Another important change in the political landscape occurred in the 2010 elections. Republicans made numerous gains in governorships, state legislatures and of course the Congress. The change in the states does not bode well for Obama to the extent that it reflects a shift in the policy preferences of the voters and also leaves Republican campaign organizations up and running for 2012. Now twenty-six state legislatures are under the control (both houses) of Republicans. In twenty-one of those states the governors are Republicans essentially giving Republicans control of their state governments. These twenty-one states will have a total of 242 electoral votes in the 2012 presidential election. Democrats control the governments (governor plus legislatures) in just eleven states with 136 electoral votes. Although Oregon, New York and Rhode Island have legislatures split between Republican and Democrat control, these states have been reliably Democrat states in presidential elections but with their electoral votes included as well as the automatic Democrat Washington D.C.,, the electoral vote total of the group is just 179. It takes 270 electoral votes to win the presidency. This is not to say that control of state governments is an absolute predictor of voting patterns in presidential elections but it is a fact which provides certain advantages and shows a trend in ideological orientation which is no doubt worrisome to the recently reorganized Obama campaign.

Thus Obama has some significant problems to overcome. Besides the wars, oil and food prices, and the epidemic of lost equity in the nation's homes, there is the general unpopularity of Obama's signature legislative proposal, the Patient Protection and Affordable Health Care Act, "ObamaCare". Then there is the uncertainty of future governments in the Middle East currently faced with, or already overthrown by, popular uprisings. The evolution of anti-American or Islamist governments would cause more instability in oil markets and the impression of increased American vulnerability.

So in the face of all these issues, is a Republican victory in 2012 a high probability? Not really. Events, especially an improving economy, over the next eighteen months can have tremendous influence and Obama has a number of things going for him. Besides the "weak Republican field", a concerted effort could reenergize the essential elements of the victorious 2008 Democrat coalition, women, young voters, blacks, Hispanics and organized labor. Also, the recently passed Republican budget authored by House Budget Committee Chairman Paul Ryan is politically risky in that it proposes major changes in the Medicare system which the Democrats have claimed will make health care for millions of seniors unaffordable. Even though this provision and much of the rest of the Republican budget will not pass the Democrat controlled Senate, this will be used by Democrats as a threat to seniors if the Republicans were to take control of the Senate and win the White house.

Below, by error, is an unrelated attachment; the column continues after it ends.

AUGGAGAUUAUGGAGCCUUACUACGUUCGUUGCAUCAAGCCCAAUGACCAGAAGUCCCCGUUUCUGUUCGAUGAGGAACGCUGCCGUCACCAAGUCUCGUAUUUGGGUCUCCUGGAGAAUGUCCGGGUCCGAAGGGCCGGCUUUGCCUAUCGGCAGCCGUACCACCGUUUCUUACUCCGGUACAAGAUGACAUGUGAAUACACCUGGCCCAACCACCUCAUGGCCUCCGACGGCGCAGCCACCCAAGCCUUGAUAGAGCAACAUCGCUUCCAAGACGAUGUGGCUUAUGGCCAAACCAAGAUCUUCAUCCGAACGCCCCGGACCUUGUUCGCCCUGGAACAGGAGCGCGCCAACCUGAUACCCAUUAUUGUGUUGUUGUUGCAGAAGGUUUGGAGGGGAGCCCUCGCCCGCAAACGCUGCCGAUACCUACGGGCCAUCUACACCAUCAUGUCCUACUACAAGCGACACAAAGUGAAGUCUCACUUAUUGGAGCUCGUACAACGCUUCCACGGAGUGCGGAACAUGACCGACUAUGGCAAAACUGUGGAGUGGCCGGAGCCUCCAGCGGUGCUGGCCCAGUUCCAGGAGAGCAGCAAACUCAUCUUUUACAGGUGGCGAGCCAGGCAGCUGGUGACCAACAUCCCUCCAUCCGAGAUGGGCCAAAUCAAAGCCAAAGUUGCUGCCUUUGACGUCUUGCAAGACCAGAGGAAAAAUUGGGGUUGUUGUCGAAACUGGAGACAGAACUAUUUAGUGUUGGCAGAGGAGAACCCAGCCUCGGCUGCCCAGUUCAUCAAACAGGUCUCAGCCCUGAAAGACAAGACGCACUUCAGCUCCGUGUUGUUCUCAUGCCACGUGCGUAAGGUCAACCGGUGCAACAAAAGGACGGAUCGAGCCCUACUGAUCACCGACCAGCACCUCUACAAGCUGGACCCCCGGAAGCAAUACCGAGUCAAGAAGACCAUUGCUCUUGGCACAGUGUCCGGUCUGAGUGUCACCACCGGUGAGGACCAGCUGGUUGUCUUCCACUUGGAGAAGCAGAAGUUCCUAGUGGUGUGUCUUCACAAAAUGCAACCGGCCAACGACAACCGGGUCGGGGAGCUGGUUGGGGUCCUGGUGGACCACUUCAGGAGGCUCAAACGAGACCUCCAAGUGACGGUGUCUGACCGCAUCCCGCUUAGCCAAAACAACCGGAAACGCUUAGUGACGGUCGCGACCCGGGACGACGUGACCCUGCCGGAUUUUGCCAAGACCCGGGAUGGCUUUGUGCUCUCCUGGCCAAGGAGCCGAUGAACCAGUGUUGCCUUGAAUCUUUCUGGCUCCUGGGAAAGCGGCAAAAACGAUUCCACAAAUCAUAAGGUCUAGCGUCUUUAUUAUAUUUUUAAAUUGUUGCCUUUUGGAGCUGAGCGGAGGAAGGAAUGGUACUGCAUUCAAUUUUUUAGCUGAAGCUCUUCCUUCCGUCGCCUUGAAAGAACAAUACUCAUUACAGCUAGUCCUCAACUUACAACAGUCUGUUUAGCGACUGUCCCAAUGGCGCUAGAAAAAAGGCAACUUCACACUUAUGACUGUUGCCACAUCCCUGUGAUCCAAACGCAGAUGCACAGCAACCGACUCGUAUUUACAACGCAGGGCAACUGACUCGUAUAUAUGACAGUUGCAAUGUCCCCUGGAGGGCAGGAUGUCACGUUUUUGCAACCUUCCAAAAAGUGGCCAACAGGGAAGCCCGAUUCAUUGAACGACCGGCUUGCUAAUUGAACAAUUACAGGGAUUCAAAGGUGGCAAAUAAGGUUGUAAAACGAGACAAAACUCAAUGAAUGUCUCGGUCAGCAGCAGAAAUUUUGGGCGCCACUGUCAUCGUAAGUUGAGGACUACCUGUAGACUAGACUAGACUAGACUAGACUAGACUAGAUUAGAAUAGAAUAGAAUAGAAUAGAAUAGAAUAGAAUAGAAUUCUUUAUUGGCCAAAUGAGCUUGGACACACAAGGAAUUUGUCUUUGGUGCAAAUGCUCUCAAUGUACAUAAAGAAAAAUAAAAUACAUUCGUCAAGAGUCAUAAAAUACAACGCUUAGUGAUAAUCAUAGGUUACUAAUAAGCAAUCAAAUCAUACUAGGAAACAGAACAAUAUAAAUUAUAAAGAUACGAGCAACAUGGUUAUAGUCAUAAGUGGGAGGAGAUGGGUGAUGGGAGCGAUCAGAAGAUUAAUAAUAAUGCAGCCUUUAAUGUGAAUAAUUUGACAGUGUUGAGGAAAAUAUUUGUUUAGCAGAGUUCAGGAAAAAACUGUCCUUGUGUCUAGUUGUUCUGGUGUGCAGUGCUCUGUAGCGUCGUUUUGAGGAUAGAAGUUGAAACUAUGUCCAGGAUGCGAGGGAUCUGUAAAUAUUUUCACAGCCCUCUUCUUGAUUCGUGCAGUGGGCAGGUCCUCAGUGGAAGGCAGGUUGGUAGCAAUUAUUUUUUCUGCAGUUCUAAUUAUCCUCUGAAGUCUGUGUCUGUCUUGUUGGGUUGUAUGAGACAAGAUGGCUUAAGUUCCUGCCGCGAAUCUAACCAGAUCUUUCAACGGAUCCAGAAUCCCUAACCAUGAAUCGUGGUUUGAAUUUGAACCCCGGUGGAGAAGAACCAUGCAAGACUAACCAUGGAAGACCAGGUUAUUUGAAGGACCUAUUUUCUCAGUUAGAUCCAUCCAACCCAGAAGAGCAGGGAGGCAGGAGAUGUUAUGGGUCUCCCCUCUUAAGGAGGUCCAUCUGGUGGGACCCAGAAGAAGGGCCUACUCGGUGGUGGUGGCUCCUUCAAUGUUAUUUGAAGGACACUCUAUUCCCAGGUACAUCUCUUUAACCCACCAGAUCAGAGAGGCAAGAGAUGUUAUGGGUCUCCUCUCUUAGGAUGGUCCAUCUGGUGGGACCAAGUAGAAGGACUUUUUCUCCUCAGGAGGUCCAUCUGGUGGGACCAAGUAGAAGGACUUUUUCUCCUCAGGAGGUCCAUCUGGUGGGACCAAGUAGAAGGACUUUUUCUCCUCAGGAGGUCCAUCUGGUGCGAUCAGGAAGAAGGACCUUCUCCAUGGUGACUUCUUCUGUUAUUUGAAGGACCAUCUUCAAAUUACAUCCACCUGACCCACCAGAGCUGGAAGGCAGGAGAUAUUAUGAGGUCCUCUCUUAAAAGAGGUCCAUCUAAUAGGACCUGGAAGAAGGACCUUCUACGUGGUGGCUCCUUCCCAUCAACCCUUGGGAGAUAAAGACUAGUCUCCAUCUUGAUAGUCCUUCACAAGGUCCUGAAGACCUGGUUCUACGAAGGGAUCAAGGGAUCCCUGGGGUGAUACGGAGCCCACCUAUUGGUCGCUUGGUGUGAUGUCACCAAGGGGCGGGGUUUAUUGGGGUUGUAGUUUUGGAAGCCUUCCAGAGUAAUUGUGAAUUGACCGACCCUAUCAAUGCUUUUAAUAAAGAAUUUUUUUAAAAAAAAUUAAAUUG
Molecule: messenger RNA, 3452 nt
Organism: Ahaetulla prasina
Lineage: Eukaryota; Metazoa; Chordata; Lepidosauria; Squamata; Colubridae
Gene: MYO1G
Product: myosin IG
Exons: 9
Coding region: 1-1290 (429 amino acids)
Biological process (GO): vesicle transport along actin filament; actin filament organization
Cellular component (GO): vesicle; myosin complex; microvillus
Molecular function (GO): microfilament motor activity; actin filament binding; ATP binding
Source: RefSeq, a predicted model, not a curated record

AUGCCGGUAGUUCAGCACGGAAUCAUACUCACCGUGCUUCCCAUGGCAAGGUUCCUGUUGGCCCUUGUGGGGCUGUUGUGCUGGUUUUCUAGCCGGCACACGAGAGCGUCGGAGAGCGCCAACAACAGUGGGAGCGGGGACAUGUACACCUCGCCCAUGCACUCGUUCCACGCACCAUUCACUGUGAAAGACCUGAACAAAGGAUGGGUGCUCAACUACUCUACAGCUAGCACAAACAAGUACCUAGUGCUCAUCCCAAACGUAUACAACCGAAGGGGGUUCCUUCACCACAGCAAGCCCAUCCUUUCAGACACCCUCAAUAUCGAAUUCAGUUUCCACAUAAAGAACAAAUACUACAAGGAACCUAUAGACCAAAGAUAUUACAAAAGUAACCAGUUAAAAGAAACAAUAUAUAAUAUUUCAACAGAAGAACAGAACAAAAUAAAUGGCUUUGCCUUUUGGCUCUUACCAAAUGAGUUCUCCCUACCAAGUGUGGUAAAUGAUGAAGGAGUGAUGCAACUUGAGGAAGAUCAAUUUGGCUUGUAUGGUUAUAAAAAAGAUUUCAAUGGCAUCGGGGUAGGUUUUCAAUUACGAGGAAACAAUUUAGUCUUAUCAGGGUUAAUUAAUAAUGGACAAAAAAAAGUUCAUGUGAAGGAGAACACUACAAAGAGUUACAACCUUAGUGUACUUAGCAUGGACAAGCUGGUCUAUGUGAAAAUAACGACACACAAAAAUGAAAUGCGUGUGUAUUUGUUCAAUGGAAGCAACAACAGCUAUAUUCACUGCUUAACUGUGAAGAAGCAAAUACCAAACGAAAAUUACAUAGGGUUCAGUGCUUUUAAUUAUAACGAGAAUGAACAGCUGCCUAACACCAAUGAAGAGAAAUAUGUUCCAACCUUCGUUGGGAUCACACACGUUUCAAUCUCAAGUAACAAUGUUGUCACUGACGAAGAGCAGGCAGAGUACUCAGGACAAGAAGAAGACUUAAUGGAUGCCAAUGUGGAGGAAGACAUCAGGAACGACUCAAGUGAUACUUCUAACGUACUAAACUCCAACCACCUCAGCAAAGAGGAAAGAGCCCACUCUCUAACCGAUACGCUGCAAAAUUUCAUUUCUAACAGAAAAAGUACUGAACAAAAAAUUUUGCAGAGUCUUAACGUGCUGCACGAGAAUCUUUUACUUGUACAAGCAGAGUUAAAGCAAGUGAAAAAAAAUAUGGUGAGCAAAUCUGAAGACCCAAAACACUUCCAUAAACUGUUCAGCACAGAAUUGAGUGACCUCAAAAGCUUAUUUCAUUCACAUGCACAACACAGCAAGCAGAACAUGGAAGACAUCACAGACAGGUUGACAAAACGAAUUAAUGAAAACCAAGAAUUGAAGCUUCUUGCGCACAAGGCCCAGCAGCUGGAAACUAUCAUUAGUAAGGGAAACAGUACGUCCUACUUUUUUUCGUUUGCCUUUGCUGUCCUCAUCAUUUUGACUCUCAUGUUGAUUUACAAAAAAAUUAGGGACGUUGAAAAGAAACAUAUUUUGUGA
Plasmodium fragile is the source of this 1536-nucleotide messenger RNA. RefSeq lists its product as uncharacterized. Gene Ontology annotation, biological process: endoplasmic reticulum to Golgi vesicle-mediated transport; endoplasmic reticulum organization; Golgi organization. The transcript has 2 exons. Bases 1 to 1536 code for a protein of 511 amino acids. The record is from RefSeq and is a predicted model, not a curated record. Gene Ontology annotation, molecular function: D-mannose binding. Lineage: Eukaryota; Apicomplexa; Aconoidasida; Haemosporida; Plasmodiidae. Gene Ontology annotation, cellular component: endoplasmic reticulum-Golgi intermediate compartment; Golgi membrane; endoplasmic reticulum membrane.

Thus, barring major unforeseen events, the door to the White House is ajar for the Republicans. The election outcome will probably depend on the identity and credibility of the Republican candidate, the efficiency of that candidate's campaign and its ability to attract independent voters with alternative policies, not just simple condemnations.

The campaign/nominating process is unfolding slowly. Preference polls among Republican voters are not definitive because of the large number of possible candidates who are included and the early date. However, in most polls, former Massachusetts Governor Mitt Romney leads but with only about 16% of voter support. As the number of candidates is reduced a clearer picture of the front runners will appear. Current runner-ups include Mike Huckabee who doesn't appear to be running, Sarah Palin who also doesn't appear to be running, and Tim Pawlenty who is running but hasn't generated much support. Other candidates are now still in the "dark horse" category.

The current media speculation is now dominated by the announced "possible/probable" candidacy of billionaire real estate developer Donald Trump who in early polls has entered the contest as an initial choice of 8% of the Republican poll respondents. Eight percent is not usually a cause for celebration but it is newsworthy by the fact that Trump jumped over other commonly mentioned candidates like Huckabee and Sarah Palin (6% and 5% respectively).

The early "support" for Trump is shaking heads in both the Democrat and Republican establishments but it is difficult to take his candidacy seriously. Trump is the "anti-candidate"; his lack of political experience, flamboyant lifestyle, and reckless outspokenness defy the conventionally accepted need for political “gravitas” in presidential candidates. However his current popularity is likely based on these same characteristics. A non-politician who is unabashed in his criticism of the political status quo has definite appeal to frustrated voters. It is a fan based phenomena in which people are attracted to style over substance; where unconventional, especially combative, behavior becomes entertainment. It's the Palin model and with a "Lady Gaga Light" hair style, a third wife twenty-four years his junior, a billionaire's history of financial success mixed with intermittent real estate venture bankruptcies, Trump certainly adds color to an otherwise conventionally drab slate of possible candidates.